A poster presented during the Oncology Nursing Society 44th Annual Congress discussed the results of implementing a Chimeric Antigen Receptor T-Cell (CAR-T) therapy education program to prepare nurses for possible adverse events associated with the therapy.
CAR-T therapy is used for patients who did not successfully achieve remission through other treatment strategies. The immunotherapy treatment works by genetically modifying a patient’s T-cells with a disarmed virus. When the new cells are reinfused back to the patient, they destroy cancer cells that express CD-19 antigens.
When treating patients with CAR-T therapy, it is important to be aware of possible outcomes, including Cytokine Release Syndrome (CRS) as well as severe neurotoxicities, which could be fatal; an intensive care unit (ICU) stay will likely be necessary. Therefore, part of the collaborative educational strategy addresses treatment guidelines in the event of neurotoxicities and/or CRS. Other key points of the program include an educational breakfast to introduce CAR-T therapy to inpatient and outpatient hematology/oncology staff, emergency department educator, and ICU staff; cooperation with pharmaceutical companies; mock run of CAR-T infusion from harvest to transfusion; and creation of unit policy and patient education.
The neurotoxicities treatment guidelines use a grading system with grades 2–4 to determine appropriate action. Symptoms associated with grade 2 include somnolence, confusion, or encephalopathy limiting instrumental activities of daily living (ADL), as well as dysphasia and impaired spontaneous communication. Grade 3 symptoms include obtundation, stupor, confusion, or encephalopathy limiting self-care ADL, as well as dysphasia and inability to read, write, or communicate intelligibly. Escalation to grade 4 is considered life-threatening and requires urgent intervention and mechanical ventilation. In grades 2 and 3, when concurrent CRS is not present, the recommendations are dexamethasone 10 mg IV Q6H and non-sedating anti-seizure medications. In grade 4 cases, in addition to the anti-seizure medication, it is also recommended to administer methylprednisolone 1,000 mg IV/day for three days, and then return to grades 2 and 3 treatment upon improvement.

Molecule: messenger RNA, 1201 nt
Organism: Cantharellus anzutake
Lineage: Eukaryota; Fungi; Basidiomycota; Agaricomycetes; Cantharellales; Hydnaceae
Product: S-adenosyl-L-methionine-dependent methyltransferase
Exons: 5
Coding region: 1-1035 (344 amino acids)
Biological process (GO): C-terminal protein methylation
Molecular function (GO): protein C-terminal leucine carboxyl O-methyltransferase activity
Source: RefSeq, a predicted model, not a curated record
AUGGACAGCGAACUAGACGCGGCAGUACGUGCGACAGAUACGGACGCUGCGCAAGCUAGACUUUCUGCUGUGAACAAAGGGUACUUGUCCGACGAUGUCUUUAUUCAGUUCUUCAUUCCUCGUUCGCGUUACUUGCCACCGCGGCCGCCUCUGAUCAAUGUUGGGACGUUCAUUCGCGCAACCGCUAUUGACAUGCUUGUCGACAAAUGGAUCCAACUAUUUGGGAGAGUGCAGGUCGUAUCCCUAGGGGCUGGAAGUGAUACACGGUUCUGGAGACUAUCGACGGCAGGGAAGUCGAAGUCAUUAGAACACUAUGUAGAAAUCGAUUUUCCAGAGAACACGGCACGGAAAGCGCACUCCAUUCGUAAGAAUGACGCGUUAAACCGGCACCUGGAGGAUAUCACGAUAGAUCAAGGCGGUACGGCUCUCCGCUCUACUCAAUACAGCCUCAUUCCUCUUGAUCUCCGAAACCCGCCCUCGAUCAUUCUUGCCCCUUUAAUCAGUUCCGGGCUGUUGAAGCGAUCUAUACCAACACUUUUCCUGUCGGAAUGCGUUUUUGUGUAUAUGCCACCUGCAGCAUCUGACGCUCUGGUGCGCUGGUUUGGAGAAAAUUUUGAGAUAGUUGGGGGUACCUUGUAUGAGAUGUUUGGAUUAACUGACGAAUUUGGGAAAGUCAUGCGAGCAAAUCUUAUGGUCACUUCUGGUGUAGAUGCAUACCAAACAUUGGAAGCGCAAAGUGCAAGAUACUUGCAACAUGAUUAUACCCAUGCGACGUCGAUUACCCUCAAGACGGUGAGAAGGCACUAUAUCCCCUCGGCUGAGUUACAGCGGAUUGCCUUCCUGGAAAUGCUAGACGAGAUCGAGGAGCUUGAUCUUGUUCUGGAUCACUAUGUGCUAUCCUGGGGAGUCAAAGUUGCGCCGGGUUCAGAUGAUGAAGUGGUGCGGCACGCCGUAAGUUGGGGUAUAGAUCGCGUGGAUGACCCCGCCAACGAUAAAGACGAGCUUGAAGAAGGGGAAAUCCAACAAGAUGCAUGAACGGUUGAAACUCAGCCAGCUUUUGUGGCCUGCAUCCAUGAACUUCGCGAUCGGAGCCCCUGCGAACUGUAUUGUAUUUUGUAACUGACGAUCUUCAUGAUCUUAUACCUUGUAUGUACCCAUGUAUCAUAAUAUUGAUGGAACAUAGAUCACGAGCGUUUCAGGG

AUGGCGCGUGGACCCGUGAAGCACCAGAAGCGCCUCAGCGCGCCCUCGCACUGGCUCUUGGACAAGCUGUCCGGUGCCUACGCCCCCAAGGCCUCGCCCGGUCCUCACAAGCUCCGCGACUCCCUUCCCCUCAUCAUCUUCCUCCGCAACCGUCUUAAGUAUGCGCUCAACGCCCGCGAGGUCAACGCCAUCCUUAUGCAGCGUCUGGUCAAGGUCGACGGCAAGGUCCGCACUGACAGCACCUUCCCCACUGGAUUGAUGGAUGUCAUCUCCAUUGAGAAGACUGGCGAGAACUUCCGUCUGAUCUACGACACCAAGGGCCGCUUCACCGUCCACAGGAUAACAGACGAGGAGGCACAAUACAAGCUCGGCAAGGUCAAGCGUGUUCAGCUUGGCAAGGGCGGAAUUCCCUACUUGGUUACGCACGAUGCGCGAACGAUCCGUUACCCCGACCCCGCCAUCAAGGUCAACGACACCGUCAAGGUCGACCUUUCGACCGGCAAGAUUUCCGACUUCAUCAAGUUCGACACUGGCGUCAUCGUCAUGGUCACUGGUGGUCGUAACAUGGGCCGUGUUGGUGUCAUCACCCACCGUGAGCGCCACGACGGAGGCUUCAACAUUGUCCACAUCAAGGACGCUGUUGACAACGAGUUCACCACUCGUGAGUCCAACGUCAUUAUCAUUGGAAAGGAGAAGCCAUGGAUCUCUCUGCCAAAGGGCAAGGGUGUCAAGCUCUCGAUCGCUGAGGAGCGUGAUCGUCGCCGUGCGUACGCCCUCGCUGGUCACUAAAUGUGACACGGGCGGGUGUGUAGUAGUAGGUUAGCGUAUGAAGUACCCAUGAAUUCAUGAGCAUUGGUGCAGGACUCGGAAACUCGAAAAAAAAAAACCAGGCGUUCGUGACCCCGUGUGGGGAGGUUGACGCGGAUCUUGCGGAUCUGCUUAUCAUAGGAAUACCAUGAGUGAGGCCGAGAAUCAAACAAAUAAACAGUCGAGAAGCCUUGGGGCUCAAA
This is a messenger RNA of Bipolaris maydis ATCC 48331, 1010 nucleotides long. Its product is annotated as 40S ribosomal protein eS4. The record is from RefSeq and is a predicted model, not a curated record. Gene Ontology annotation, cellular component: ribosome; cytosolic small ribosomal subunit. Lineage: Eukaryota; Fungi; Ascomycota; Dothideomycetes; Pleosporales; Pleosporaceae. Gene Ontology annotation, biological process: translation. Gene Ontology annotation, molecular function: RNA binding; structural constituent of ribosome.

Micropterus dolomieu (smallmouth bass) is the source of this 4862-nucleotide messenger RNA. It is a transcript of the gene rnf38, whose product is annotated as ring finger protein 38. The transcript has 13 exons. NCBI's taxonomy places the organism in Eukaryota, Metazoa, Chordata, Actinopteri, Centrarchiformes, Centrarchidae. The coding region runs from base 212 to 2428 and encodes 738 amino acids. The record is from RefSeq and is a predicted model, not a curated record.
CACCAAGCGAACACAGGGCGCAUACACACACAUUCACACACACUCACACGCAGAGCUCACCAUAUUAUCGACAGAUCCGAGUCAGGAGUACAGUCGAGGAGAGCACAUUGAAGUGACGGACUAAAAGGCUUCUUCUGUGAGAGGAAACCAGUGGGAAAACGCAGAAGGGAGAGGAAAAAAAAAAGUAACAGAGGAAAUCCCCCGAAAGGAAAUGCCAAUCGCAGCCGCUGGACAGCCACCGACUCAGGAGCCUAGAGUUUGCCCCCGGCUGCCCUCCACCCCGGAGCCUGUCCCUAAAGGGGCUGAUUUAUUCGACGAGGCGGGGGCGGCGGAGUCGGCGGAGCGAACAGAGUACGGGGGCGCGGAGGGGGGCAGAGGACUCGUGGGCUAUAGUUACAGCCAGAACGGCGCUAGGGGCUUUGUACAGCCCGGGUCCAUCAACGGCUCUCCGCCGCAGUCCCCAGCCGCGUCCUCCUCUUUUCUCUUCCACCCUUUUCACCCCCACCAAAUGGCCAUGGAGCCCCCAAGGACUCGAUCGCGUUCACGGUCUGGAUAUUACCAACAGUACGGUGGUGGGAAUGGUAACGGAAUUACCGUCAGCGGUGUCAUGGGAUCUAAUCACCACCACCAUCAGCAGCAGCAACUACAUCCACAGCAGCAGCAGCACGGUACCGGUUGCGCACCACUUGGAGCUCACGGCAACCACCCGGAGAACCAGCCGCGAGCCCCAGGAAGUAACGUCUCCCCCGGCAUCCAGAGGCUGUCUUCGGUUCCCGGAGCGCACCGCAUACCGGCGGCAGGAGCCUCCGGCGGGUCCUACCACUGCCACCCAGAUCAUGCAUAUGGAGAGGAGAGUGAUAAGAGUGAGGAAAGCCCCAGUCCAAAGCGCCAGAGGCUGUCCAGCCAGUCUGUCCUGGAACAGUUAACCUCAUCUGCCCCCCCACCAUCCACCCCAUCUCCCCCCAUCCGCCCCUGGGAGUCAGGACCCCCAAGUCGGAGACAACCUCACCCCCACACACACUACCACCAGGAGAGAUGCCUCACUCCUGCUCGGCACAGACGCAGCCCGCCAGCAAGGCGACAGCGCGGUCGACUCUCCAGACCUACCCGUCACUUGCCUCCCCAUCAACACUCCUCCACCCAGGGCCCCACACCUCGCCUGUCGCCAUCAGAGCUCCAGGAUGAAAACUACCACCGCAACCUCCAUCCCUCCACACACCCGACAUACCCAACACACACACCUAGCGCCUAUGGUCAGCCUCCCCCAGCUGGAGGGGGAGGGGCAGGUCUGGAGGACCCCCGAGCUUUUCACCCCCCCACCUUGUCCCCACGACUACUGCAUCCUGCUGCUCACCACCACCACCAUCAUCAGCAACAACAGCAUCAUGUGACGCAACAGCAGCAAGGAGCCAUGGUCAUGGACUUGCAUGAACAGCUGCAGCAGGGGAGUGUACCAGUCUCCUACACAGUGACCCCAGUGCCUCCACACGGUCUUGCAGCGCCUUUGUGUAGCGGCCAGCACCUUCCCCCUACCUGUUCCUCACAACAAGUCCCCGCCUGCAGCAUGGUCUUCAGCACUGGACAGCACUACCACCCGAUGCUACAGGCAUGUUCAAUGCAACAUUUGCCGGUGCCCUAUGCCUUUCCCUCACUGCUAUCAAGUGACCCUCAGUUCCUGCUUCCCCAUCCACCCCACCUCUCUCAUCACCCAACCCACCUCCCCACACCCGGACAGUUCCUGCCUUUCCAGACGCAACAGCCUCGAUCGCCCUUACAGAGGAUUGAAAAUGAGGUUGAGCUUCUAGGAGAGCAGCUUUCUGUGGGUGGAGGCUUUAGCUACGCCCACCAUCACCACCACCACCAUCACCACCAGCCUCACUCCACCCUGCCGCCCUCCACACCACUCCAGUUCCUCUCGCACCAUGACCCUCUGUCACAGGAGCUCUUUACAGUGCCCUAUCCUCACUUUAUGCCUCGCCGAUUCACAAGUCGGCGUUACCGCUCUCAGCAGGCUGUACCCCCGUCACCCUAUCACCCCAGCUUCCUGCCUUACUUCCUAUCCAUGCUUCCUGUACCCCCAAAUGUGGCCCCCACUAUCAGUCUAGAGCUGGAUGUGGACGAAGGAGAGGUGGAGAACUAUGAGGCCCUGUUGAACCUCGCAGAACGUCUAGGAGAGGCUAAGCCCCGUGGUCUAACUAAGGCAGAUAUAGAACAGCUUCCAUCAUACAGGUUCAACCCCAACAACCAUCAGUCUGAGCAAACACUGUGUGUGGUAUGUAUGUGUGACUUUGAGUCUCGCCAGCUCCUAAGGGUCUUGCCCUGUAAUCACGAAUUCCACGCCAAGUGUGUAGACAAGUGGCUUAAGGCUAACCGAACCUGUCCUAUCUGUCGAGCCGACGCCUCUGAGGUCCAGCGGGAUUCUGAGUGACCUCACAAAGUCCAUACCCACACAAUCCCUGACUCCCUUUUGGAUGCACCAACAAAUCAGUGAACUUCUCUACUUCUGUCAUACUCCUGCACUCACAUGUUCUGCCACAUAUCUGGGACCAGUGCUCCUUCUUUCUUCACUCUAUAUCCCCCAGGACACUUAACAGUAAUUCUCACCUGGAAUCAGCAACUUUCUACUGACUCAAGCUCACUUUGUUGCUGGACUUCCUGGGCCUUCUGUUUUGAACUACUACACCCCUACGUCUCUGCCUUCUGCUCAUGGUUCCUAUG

Overall, following the CAR-T therapy education, nurses reported greater confidence regarding comfort and skill level in recognizing and treating CRS and neurotoxicities.
Lindsey Bashaw, RN; Pamela Bicknell, BSN, OCN, BMTCN, RN; Paul Muniz, BSN, BMTCN, RN; Kathryn Moreno, MSN, OCN, BMTCN, AOCNS, RN. Achieving Nurse readiness in the Administration, Management and Recognition of Adverse Reactions in Patients receiving Chimeric Antigen Reception T-Cell (CAR-T) Therapy